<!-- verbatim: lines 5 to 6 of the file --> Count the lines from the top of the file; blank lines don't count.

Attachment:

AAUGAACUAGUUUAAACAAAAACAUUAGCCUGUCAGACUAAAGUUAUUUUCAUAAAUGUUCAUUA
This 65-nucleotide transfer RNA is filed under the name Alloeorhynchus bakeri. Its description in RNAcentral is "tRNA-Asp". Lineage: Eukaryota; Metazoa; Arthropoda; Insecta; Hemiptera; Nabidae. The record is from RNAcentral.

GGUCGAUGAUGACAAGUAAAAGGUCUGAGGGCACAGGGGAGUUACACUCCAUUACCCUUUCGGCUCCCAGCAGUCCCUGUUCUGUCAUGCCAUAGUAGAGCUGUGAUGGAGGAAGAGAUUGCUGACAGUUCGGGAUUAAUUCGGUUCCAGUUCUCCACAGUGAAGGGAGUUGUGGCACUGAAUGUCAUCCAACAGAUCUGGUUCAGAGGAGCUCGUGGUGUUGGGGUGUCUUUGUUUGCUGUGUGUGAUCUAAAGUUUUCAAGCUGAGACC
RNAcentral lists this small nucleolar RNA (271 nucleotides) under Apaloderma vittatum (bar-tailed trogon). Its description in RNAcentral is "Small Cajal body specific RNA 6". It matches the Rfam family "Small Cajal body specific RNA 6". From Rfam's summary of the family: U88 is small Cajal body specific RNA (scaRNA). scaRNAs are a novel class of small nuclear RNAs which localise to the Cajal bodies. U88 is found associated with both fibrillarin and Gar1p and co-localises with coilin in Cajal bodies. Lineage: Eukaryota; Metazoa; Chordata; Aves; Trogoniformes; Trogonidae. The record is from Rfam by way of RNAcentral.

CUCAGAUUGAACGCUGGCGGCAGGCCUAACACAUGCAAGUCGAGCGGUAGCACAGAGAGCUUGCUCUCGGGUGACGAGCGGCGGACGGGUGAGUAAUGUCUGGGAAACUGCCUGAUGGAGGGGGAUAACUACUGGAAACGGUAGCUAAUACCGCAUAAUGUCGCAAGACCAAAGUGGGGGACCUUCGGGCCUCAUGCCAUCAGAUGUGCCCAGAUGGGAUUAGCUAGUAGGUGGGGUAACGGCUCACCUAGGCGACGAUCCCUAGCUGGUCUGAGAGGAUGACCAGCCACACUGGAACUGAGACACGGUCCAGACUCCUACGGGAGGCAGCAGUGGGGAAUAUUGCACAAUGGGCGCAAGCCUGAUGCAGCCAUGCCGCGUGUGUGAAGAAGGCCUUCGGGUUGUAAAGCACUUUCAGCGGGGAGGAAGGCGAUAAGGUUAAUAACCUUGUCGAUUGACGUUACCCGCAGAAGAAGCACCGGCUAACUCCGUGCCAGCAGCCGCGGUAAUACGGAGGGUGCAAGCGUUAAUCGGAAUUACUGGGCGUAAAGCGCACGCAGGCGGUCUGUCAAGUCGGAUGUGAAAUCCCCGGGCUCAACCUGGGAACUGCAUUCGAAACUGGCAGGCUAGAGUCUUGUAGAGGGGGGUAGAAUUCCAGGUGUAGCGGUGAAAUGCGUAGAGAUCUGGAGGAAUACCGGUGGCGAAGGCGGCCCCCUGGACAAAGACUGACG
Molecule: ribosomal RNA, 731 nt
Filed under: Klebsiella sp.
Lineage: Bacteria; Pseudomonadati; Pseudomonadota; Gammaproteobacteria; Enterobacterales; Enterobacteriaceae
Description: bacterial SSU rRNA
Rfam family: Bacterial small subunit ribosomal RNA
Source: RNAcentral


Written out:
CUCAGAUUGAACGCUGGCGGCAGGCCUAACACAUGCAAGUCGAGCGGUAGCACAGAGAGCUUGCUCUCGGGUGACGAGCGGCGGACGGGUGAGUAAUGUCUGGGAAACUGCCUGAUGGAGGGGGAUAACUACUGGAAACGGUAGCUAAUACCGCAUAAUGUCGCAAGACCAAAGUGGGGGACCUUCGGGCCUCAUGCCAUCAGAUGUGCCCAGAUGGGAUUAGCUAGUAGGUGGGGUAACGGCUCACCUAGGCGACGAUCCCUAGCUGGUCUGAGAGGAUGACCAGCCACACUGGAACUGAGACACGGUCCAGACUCCUACGGGAGGCAGCAGUGGGGAAUAUUGCACAAUGGGCGCAAGCCUGAUGCAGCCAUGCCGCGUGUGUGAAGAAGGCCUUCGGGUUGUAAAGCACUUUCAGCGGGGAGGAAGGCGAUAAGGUUAAUAACCUUGUCGAUUGACGUUACCCGCAGAAGAAGCACCGGCUAACUCCGUGCCAGCAGCCGCGGUAAUACGGAGGGUGCAAGCGUUAAUCGGAAUUACUGGGCGUAAAGCGCACGCAGGCGGUCUGUCAAGUCGGAUGUGAAAUCCCCGGGCUCAACCUGGGAACUGCAUUCGAAACUGGCAGGCUAGAGUCUUGUAGAGGGGGGUAGAAUUCCAGGUGUAGCGGUGAAAUGCGUAGAGAUCUGGAGGAAUACCGGUGGCGAAGGCGGCCCCCUGGACAAAGACUGACG
Molecule: ribosomal RNA, 731 nt